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Kaposi sarcoma

What is Kaposi sarcoma?

Kaposi Sarcoma (KS) is a type of cancer made up of abnormal blood vessels. It is part of a group of cancers called sarcomas. Most of these tumours start in the skin and it is not uncommon for a person to have more than one tumour. Kaposi sarcoma can also develop inside the mouth and anywhere along the digestive tract including the small intestines, colon, rectum, and anus. Over time the tumour cells can spread to lymph nodes and the lungs.

What causes Kaposi sarcoma?

Kaposi sarcoma is caused by a virus called human herpesvirus-8 (HHV8). We do not fully understand the connection between HHV8 and Kaposi sarcoma, but it seems likely that both a weakened immune system and the virus contribute to the disease. Importantly, most people who are infected with HHV8 will not develop Kaposi sarcoma.

Types of Kaposi sarcoma

There are four types of Kaposi sarcoma called classic, iatrogenic, African, and AIDS-related. The type depends on the setting in which the disease develops.

  • Classic type – This is the most common type of Kaposi sarcoma. These tumours typically develop in older men of Mediterranean or Central/Eastern European ancestry. Most patients with classic Kaposi sarcoma develop multiple red or purple tumours on their feet or the lower part of their legs. The tumours often grow slowly at first and many patients do not seek medical care for months or years.
  • Iatrogenic type – This type of Kaposi sarcoma occurs in patients who have a weakened immune system (immunosuppressed) often due to medical treatment such as chemotherapy or anti-rejection medications following organ transplantation. For some patients with iatrogenic type Kaposi sarcoma, the tumours disappear once the normal function of the immune system has been restored. Regression is a word pathologists use to describe a tumour that decreases in size or disappears without treatment.
  • African type – This type of Kaposi sarcoma tends to occur in young children and middle-aged adults in equatorial Africa, and is known to develop quickly. Patients develop skin tumours that very quickly spread to lymph nodes and other organs.  African KS and is not associated with HIV infection. Due to its aggressive clinical nature, this form of KS is often fatal.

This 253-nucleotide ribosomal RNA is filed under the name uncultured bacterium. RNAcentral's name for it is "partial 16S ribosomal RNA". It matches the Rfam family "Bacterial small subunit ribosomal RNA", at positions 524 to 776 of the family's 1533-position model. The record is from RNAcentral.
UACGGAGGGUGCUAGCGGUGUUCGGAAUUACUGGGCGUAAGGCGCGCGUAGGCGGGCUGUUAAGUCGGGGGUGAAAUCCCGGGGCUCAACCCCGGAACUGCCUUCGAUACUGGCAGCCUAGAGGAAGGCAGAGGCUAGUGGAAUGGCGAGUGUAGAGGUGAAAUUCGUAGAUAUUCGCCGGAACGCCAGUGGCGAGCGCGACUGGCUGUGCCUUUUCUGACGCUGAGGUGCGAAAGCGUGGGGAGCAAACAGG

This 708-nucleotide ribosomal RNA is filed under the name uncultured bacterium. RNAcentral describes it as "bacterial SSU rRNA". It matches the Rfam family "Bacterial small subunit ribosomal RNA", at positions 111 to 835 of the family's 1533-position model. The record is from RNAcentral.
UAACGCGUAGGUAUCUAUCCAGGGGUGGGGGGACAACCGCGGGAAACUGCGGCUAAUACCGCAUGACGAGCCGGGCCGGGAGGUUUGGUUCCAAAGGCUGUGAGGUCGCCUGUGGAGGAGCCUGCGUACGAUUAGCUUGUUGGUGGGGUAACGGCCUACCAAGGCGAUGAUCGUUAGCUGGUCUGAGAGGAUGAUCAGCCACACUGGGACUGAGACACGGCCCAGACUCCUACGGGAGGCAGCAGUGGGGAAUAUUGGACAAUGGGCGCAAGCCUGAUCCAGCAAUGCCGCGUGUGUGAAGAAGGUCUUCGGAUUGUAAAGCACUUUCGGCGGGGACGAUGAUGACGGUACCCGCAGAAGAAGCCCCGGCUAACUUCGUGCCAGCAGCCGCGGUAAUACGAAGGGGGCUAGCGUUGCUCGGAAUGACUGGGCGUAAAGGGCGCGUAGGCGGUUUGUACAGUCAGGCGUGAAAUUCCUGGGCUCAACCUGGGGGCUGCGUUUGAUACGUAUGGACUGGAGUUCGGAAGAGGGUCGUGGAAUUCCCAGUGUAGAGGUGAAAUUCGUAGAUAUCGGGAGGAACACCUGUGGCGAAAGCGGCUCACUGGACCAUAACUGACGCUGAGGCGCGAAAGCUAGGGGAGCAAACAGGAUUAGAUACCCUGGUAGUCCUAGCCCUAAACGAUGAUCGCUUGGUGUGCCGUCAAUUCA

• AIDS-related type – This type of Kaposi sarcoma is the most aggressive type because it quickly spreads to involve the mouth, throat, stomach, bowel, lymph nodes, and other organs. The tumour typically starts on the face, genitals, or on the lower extremities including the feet. Unlike the other types of Kaposi sarcoma, this type almost always develops in a person infected with both HIV and HHV8. Restoration of normal immune system function improves outcome and survival for patients with AIDS-related Kaposi sarcoma.

Kaposi sarcoma

How do pathologists make this diagnosis?

The diagnosis is typically made after a small tissue sample is removed in a procedure called a biopsy. A second surgical procedure is usually then performed to remove the entire tumour. The diagnosis can only be made after a piece of the tumour is examined under the microscope by a pathologist.

Pathologists describe Kaposi sarcoma as a spindle cell lesion because most of the tumour cells are long and thin. The tumour cells are often organized in long bundles which pathologists describe as a fascicular pattern. When the skin is involved, the tumour almost always is found in the dermis, a layer of tissue just below the surface of the skin.

The tumour cells in Kaposi sarcoma connect to form small abnormal-looking blood vessels. For this reason, many pathologists believe that the tumour cells are related to the cells that normally line the inside of blood vessels. These cells are called endothelial cells.

As the tumour grows, the abnormal blood vessels in Kaposi sarcoma merge to create larger blood-filled spaces (see picture below). Red blood cells commonly spill out of these spaces into the surrounding tissue. Pathologists describe these red blood cells as extravasated because they are outside the blood vessel. Hemosiderin, a dark pigment leftover after red blood cells break down, may also be seen.

Kaposi sarcoma

Human herpesvirus-8

Most pathologists will perform a test called immunohistochemistry to look for HHV8 in the tumour cells. Tumour cells that produce HHV8 will be described as positive while those that do not will be described as negative. The image below shows a tumour that is positive for HHV8 by immunohistochemistry. The brown cells are producing HHV8.

Immunohistochemistry HHV8


A margin is the normal tissue that surrounds a tumour and is removed with the tumour at the time of surgery. If no cancer cells are seen at the cut edge of the tissue the margin is called negative. If cancer cells are seen at the very edge of the cut tissue the margin is called positive. A positive margin is associated with an increased risk that the tumour will come back in the same location after surgery (local recurrence).


by Brian A Keller MD PhD and Bibianna Purgina MD FRCPC (updated September 13, 2021)
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